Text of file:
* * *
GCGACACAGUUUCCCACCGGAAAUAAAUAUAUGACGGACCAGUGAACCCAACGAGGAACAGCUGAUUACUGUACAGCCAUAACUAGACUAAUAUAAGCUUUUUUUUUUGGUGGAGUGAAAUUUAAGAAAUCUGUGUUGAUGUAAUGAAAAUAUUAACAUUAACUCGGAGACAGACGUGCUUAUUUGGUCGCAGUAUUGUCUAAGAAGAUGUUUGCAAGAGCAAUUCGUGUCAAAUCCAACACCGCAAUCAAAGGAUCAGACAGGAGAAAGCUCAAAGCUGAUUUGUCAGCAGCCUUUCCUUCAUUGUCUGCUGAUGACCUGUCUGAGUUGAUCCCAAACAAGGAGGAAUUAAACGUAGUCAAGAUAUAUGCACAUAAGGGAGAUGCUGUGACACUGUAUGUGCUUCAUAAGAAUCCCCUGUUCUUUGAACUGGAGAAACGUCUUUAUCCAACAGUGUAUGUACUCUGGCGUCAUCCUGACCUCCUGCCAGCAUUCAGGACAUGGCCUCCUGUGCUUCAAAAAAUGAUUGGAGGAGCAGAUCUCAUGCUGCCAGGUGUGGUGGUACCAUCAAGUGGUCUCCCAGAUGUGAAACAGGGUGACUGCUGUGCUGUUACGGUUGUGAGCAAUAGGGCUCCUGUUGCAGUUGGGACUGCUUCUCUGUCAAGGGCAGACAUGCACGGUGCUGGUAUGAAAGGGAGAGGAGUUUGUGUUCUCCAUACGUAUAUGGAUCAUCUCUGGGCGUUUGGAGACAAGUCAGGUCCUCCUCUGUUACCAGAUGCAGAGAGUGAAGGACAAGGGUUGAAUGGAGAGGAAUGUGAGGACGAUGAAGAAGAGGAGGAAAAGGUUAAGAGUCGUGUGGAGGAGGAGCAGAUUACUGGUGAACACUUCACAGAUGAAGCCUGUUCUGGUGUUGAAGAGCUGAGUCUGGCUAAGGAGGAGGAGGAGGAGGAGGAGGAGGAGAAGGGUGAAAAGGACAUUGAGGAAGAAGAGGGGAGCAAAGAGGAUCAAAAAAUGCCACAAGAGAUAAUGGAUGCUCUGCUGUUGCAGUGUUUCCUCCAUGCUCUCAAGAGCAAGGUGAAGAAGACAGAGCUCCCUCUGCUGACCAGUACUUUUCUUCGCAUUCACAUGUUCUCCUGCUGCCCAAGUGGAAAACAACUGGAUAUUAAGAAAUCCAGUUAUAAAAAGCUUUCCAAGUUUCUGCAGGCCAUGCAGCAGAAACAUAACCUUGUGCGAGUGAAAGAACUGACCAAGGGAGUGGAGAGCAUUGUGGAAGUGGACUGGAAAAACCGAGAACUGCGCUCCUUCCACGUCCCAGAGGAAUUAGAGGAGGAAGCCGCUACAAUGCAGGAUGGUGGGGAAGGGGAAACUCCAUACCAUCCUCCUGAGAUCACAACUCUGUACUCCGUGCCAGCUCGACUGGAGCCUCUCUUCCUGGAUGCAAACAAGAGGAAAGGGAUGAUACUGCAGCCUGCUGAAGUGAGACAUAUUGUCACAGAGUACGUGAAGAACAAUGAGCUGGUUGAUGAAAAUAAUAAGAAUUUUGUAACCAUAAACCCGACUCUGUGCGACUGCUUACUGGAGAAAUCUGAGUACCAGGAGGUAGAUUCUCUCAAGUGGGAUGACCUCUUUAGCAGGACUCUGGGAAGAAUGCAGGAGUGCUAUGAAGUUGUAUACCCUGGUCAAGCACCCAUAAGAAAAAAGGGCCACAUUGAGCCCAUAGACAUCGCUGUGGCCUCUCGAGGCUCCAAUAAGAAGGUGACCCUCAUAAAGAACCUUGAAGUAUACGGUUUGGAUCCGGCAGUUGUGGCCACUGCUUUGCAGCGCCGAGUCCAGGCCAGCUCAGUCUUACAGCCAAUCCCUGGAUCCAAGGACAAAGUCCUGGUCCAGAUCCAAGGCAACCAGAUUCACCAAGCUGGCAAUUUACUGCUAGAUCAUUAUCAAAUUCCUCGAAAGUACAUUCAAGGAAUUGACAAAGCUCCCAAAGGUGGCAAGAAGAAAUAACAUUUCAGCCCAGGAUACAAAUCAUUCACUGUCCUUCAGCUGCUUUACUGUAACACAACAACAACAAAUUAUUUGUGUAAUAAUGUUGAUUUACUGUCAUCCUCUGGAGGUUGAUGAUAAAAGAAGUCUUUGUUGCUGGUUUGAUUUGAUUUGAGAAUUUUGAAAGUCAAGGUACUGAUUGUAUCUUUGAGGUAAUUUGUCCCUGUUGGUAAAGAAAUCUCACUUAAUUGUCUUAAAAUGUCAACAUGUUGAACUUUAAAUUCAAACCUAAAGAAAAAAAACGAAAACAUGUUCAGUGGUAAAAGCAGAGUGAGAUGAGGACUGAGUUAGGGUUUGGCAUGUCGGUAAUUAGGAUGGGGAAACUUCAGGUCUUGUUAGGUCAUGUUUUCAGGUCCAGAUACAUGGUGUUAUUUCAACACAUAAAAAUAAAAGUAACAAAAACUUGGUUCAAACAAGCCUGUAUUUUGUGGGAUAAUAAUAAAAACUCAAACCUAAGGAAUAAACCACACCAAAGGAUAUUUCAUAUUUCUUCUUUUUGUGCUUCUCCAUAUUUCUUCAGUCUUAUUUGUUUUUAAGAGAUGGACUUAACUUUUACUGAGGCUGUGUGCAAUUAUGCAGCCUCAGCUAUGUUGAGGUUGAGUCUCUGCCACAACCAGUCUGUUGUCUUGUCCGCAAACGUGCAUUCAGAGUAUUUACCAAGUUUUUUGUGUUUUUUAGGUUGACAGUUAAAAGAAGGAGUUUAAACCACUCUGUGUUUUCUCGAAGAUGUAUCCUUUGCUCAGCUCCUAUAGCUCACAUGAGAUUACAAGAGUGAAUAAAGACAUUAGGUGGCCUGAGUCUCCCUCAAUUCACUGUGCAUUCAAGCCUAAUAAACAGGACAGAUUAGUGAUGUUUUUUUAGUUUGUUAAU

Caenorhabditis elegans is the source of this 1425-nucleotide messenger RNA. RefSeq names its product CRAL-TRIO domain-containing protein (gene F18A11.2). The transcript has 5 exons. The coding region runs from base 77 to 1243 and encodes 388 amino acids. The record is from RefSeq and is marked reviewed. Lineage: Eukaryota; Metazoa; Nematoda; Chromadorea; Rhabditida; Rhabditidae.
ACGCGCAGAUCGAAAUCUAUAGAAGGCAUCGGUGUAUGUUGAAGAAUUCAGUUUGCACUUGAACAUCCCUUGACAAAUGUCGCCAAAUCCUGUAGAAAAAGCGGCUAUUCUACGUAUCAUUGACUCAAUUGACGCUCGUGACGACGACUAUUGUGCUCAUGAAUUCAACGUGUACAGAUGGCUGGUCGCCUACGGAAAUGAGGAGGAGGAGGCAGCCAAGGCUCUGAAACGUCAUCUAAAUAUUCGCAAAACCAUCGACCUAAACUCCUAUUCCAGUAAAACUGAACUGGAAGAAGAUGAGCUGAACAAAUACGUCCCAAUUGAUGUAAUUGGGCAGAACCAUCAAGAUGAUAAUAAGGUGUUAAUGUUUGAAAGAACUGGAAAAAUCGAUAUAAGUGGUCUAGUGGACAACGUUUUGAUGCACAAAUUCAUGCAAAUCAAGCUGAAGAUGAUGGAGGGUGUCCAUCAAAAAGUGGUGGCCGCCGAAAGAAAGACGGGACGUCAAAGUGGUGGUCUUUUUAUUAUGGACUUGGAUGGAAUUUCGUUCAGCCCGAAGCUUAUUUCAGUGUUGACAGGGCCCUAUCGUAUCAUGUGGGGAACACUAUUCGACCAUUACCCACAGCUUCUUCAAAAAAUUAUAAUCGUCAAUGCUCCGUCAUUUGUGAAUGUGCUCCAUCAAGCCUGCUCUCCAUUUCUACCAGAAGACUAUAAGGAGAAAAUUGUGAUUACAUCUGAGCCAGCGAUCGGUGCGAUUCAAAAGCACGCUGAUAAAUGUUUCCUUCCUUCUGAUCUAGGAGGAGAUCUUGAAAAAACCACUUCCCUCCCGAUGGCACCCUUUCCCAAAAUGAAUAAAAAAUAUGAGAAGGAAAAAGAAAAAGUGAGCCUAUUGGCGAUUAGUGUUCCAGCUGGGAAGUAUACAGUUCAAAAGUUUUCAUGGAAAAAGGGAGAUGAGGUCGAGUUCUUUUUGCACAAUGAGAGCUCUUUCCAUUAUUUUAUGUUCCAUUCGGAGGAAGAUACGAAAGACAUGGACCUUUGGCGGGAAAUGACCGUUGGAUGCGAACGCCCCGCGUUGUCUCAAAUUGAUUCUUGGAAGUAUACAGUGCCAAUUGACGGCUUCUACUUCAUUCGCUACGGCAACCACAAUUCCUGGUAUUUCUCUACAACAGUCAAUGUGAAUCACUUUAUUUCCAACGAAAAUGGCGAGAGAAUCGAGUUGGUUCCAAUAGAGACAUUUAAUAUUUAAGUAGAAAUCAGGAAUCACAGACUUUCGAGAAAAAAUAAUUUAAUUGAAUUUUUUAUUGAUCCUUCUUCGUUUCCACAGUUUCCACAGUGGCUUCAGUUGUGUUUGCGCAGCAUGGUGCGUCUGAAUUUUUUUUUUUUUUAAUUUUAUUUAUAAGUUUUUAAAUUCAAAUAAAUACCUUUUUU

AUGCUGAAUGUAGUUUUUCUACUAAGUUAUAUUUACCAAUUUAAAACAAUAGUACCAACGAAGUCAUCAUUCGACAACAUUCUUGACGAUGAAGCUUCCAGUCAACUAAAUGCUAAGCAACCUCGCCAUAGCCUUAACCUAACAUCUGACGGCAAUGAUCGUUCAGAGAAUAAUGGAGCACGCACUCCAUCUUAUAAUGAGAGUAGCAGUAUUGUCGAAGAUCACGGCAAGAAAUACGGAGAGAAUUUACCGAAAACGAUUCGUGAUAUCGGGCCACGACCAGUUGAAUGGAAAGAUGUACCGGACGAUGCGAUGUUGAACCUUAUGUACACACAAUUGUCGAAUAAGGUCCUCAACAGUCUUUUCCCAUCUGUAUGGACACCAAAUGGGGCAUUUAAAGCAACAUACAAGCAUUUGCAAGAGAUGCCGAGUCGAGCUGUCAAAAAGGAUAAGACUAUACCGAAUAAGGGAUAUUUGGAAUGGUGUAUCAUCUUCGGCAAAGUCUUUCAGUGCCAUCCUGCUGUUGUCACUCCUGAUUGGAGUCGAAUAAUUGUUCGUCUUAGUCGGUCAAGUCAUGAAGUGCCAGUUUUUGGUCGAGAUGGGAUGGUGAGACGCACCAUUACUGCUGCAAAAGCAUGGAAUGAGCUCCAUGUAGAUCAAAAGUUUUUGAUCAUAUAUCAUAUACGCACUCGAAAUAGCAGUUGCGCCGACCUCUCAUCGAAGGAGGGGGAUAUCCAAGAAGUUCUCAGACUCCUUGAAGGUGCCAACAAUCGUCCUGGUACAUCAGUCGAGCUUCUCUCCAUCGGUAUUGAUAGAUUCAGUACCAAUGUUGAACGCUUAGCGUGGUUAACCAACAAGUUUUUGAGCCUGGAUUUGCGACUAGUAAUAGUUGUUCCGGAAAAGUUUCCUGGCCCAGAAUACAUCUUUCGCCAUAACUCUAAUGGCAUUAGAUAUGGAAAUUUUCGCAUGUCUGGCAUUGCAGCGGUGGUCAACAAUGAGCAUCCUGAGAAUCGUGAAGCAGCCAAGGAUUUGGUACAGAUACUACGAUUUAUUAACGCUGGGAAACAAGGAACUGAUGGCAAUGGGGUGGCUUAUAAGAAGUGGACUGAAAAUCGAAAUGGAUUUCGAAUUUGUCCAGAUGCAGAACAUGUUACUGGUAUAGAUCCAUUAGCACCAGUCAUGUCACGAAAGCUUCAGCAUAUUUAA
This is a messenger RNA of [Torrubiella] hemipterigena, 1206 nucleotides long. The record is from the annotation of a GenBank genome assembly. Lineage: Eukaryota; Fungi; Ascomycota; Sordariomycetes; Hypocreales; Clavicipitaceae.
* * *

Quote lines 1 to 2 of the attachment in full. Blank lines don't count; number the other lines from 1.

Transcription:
GCGACACAGUUUCCCACCGGAAAUAAAUAUAUGACGGACCAGUGAACCCAACGAGGAACAGCUGAUUACUGUACAGCCAUAACUAGACUAAUAUAAGCUUUUUUUUUUGGUGGAGUGAAAUUUAAGAAAUCUGUGUUGAUGUAAUGAAAAUAUUAACAUUAACUCGGAGACAGACGUGCUUAUUUGGUCGCAGUAUUGUCUAAGAAGAUGUUUGCAAGAGCAAUUCGUGUCAAAUCCAACACCGCAAUCAAAGGAUCAGACAGGAGAAAGCUCAAAGCUGAUUUGUCAGCAGCCUUUCCUUCAUUGUCUGCUGAUGACCUGUCUGAGUUGAUCCCAAACAAGGAGGAAUUAAACGUAGUCAAGAUAUAUGCACAUAAGGGAGAUGCUGUGACACUGUAUGUGCUUCAUAAGAAUCCCCUGUUCUUUGAACUGGAGAAACGUCUUUAUCCAACAGUGUAUGUACUCUGGCGUCAUCCUGACCUCCUGCCAGCAUUCAGGACAUGGCCUCCUGUGCUUCAAAAAAUGAUUGGAGGAGCAGAUCUCAUGCUGCCAGGUGUGGUGGUACCAUCAAGUGGUCUCCCAGAUGUGAAACAGGGUGACUGCUGUGCUGUUACGGUUGUGAGCAAUAGGGCUCCUGUUGCAGUUGGGACUGCUUCUCUGUCAAGGGCAGACAUGCACGGUGCUGGUAUGAAAGGGAGAGGAGUUUGUGUUCUCCAUACGUAUAUGGAUCAUCUCUGGGCGUUUGGAGACAAGUCAGGUCCUCCUCUGUUACCAGAUGCAGAGAGUGAAGGACAAGGGUUGAAUGGAGAGGAAUGUGAGGACGAUGAAGAAGAGGAGGAAAAGGUUAAGAGUCGUGUGGAGGAGGAGCAGAUUACUGGUGAACACUUCACAGAUGAAGCCUGUUCUGGUGUUGAAGAGCUGAGUCUGGCUAAGGAGGAGGAGGAGGAGGAGGAGGAGGAGAAGGGUGAAAAGGACAUUGAGGAAGAAGAGGGGAGCAAAGAGGAUCAAAAAAUGCCACAAGAGAUAAUGGAUGCUCUGCUGUUGCAGUGUUUCCUCCAUGCUCUCAAGAGCAAGGUGAAGAAGACAGAGCUCCCUCUGCUGACCAGUACUUUUCUUCGCAUUCACAUGUUCUCCUGCUGCCCAAGUGGAAAACAACUGGAUAUUAAGAAAUCCAGUUAUAAAAAGCUUUCCAAGUUUCUGCAGGCCAUGCAGCAGAAACAUAACCUUGUGCGAGUGAAAGAACUGACCAAGGGAGUGGAGAGCAUUGUGGAAGUGGACUGGAAAAACCGAGAACUGCGCUCCUUCCACGUCCCAGAGGAAUUAGAGGAGGAAGCCGCUACAAUGCAGGAUGGUGGGGAAGGGGAAACUCCAUACCAUCCUCCUGAGAUCACAACUCUGUACUCCGUGCCAGCUCGACUGGAGCCUCUCUUCCUGGAUGCAAACAAGAGGAAAGGGAUGAUACUGCAGCCUGCUGAAGUGAGACAUAUUGUCACAGAGUACGUGAAGAACAAUGAGCUGGUUGAUGAAAAUAAUAAGAAUUUUGUAACCAUAAACCCGACUCUGUGCGACUGCUUACUGGAGAAAUCUGAGUACCAGGAGGUAGAUUCUCUCAAGUGGGAUGACCUCUUUAGCAGGACUCUGGGAAGAAUGCAGGAGUGCUAUGAAGUUGUAUACCCUGGUCAAGCACCCAUAAGAAAAAAGGGCCACAUUGAGCCCAUAGACAUCGCUGUGGCCUCUCGAGGCUCCAAUAAGAAGGUGACCCUCAUAAAGAACCUUGAAGUAUACGGUUUGGAUCCGGCAGUUGUGGCCACUGCUUUGCAGCGCCGAGUCCAGGCCAGCUCAGUCUUACAGCCAAUCCCUGGAUCCAAGGACAAAGUCCUGGUCCAGAUCCAAGGCAACCAGAUUCACCAAGCUGGCAAUUUACUGCUAGAUCAUUAUCAAAUUCCUCGAAAGUACAUUCAAGGAAUUGACAAAGCUCCCAAAGGUGGCAAGAAGAAAUAACAUUUCAGCCCAGGAUACAAAUCAUUCACUGUCCUUCAGCUGCUUUACUGUAACACAACAACAACAAAUUAUUUGUGUAAUAAUGUUGAUUUACUGUCAUCCUCUGGAGGUUGAUGAUAAAAGAAGUCUUUGUUGCUGGUUUGAUUUGAUUUGAGAAUUUUGAAAGUCAAGGUACUGAUUGUAUCUUUGAGGUAAUUUGUCCCUGUUGGUAAAGAAAUCUCACUUAAUUGUCUUAAAAUGUCAACAUGUUGAACUUUAAAUUCAAACCUAAAGAAAAAAAACGAAAACAUGUUCAGUGGUAAAAGCAGAGUGAGAUGAGGACUGAGUUAGGGUUUGGCAUGUCGGUAAUUAGGAUGGGGAAACUUCAGGUCUUGUUAGGUCAUGUUUUCAGGUCCAGAUACAUGGUGUUAUUUCAACACAUAAAAAUAAAAGUAACAAAAACUUGGUUCAAACAAGCCUGUAUUUUGUGGGAUAAUAAUAAAAACUCAAACCUAAGGAAUAAACCACACCAAAGGAUAUUUCAUAUUUCUUCUUUUUGUGCUUCUCCAUAUUUCUUCAGUCUUAUUUGUUUUUAAGAGAUGGACUUAACUUUUACUGAGGCUGUGUGCAAUUAUGCAGCCUCAGCUAUGUUGAGGUUGAGUCUCUGCCACAACCAGUCUGUUGUCUUGUCCGCAAACGUGCAUUCAGAGUAUUUACCAAGUUUUUUGUGUUUUUUAGGUUGACAGUUAAAAGAAGGAGUUUAAACCACUCUGUGUUUUCUCGAAGAUGUAUCCUUUGCUCAGCUCCUAUAGCUCACAUGAGAUUACAAGAGUGAAUAAAGACAUUAGGUGGCCUGAGUCUCCCUCAAUUCACUGUGCAUUCAAGCCUAAUAAACAGGACAGAUUAGUGAUGUUUUUUUAGUUUGUUAAU

Caenorhabditis elegans is the source of this 1425-nucleotide messenger RNA. RefSeq names its product CRAL-TRIO domain-containing protein (gene F18A11.2). The transcript has 5 exons. The coding region runs from base 77 to 1243 and encodes 388 amino acids. The record is from RefSeq and is marked reviewed. Lineage: Eukaryota; Metazoa; Nematoda; Chromadorea; Rhabditida; Rhabditidae.